Look, we don’t have to guess about this stuff. In India, in China, in other places that came to the industrial revolution very late, we’ve seen peasants leave the land where their ancestors had labored, to flock to the big cities, to take work we find horrible and exploitative at wages we find ridiculous.

And even if China has added “labor camp” and prisoner wrinkles to it, note that’s because China is a shitty communist country, not because the migration wasn’t there before. Also the labor camp aspects, as much as one can tell (and it’s hard to tell, due to the raging insanity of the regime) seem to have grown as the people grew more prosperous, as a result of the industrial revolution and thereby demanded higher wages, which positioned China more poorly as the “factory of the world.”

In fact, idealizing “living off the land” has been in place since at least the Roman empire, and probably before.  It’s also been MISERABLE at least since then and probably before.

Because pre-industrial revolution farming sucked. It sucked horribly. And it kept you on the edge of subsistence. It double sucked when you were subjected to a Lord.  Look, systems of serfdom, etc. didn’t come about because living in a Lord’s domain was so great, and everyone wove wreaths and danced around maypoles all the time, okay?

The bucolic paradise of a farmer’s life was mostly a creation of city dwellers, often noblemen, who saw it from the outside.

There are estimations that most people had trouble rearing even one child, and most of one generation’s peasants were people fallen from higher status. I don’t know. That might be exaggerated. Or it might not.

Even during the industrial revolution, it was normal for ladies bountiful to take baskets of food to tenant farmers because…. they couldn’t make it on their own.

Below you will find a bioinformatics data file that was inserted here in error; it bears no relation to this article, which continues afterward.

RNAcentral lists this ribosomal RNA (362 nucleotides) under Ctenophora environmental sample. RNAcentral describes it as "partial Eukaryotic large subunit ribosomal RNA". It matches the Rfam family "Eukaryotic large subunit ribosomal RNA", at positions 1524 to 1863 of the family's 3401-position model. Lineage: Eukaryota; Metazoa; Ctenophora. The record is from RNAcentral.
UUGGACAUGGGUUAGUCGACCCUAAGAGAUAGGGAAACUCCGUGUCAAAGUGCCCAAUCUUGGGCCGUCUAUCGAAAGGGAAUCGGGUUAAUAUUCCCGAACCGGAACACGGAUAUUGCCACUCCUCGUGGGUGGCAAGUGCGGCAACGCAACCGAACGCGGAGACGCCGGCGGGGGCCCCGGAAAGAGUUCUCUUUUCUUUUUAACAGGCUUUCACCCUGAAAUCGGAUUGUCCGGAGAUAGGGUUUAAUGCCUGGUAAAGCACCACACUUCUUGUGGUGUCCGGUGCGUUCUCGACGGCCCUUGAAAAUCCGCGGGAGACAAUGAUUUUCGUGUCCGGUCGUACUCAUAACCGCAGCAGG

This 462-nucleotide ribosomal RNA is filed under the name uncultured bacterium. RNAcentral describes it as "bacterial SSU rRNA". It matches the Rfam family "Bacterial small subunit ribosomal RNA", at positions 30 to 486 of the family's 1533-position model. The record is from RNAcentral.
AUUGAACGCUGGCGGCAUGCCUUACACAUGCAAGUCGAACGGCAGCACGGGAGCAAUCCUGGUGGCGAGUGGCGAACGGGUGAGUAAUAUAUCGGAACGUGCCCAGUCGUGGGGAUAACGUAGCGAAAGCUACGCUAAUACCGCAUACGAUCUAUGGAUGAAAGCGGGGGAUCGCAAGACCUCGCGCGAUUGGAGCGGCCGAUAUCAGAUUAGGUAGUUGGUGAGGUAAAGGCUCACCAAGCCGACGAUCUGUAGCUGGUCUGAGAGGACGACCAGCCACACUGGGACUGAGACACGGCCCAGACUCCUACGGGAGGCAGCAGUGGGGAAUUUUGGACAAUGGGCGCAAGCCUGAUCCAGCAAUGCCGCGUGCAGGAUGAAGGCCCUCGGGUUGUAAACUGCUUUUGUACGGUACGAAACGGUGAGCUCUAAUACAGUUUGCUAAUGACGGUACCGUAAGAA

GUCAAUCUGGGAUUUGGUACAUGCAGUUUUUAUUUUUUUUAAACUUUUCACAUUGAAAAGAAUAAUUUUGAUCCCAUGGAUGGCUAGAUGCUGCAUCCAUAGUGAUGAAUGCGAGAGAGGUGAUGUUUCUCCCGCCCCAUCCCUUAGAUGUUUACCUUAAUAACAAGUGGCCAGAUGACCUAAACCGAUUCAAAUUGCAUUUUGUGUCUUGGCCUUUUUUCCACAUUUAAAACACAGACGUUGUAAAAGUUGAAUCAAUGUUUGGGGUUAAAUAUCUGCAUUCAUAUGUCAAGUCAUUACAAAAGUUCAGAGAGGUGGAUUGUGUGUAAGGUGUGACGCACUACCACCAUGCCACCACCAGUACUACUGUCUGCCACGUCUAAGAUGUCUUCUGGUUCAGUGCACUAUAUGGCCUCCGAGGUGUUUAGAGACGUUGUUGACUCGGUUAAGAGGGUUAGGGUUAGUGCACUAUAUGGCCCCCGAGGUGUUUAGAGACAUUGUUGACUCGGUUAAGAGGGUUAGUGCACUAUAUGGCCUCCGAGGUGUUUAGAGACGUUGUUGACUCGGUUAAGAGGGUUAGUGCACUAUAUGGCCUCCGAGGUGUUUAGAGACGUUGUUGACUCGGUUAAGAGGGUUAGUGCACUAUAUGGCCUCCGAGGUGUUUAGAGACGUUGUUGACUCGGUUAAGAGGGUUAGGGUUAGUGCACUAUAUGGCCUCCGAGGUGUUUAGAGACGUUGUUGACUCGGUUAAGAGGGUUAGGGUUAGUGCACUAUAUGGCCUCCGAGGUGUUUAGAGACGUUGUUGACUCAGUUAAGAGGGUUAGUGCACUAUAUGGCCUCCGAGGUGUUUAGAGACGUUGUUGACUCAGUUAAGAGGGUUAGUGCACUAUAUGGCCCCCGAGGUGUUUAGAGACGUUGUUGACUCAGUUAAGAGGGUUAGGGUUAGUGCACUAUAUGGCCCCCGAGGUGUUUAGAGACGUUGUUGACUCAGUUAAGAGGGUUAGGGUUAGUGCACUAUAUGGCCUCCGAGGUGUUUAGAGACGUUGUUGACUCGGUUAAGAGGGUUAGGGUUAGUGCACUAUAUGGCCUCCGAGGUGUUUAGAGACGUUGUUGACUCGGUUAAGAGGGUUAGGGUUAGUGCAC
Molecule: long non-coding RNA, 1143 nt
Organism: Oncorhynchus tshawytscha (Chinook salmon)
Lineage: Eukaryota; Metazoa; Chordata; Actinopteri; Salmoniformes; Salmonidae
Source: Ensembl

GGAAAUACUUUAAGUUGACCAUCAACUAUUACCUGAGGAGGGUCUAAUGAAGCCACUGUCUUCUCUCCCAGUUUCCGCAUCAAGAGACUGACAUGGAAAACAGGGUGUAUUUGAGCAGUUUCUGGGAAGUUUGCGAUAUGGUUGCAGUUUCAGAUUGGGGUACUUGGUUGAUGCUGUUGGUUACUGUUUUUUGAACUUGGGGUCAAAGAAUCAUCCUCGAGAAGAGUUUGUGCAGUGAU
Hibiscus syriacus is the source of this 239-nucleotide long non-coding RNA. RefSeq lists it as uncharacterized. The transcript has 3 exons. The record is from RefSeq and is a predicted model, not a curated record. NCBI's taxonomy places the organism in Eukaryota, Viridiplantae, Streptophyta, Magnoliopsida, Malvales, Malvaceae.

And btw, the more the industrial revolution pulled people to the cities, the more the Lords and “elites” talked about how great the countryside was and how terrible the factories/cities/new way of living were.

A lot of artists and pseudo bohemians jumped in on this bandwagon and so did Marx, who was both a pseudo bohemian, by birth “elite” (Well, his family had a virtual slave attached to him. He impregnated her too, as was his privilege), and by self-flattery intellectual.

Therefore the factories were the worst thing ever, the men who owned them, aka capitalists were terrible, terrible people — mostly because Marx wasn’t one, and probably because they laughed at him — and the proletariat they exploited horribly would rise up and–

All bullshit of course. Later on his fiction needed retconning by Anthony Gramsci who, having the sense to realize the “workers” weren’t rising up, just getting wealthier and escaping the clutches of the “elites” more made the “proletariat” a sort of “world proletariat” centered on poorer/more dysfunctional countries. This had the advantage of making the exploited masses always be elsewhere (or the supposed exploiters) and therefore made it easier to pitch group against group to the eternal profit of rather corrupt “elites.” Mostly political classes which are descended from “the best people.”

But Marx was right.

I mean, in one small thing. The history of humanity is a struggle between self proclaimed “classes.”

It just has absolute ZERO to do with who owns “capital” and who “works” all of which are bullshit class divisions.

The struggle is between those who want to outfit humans with saddles, so they can ride them like ponies and those who escape being ridden.  And both tendencies appear to be cultural.

If you’re culturally descended from the romantics, who found living in the countryside great and the industrial revolution a tragedy, you might be an idiot. If you’re not an idiot, then you’re probably identifying with the rulers who, looking from the outside, thought that living off the land was great, and the famines and struggles, honestly, probably more than those dirty peasants deserved. I mean, the rebellious masses never tug the forelock enough amiright?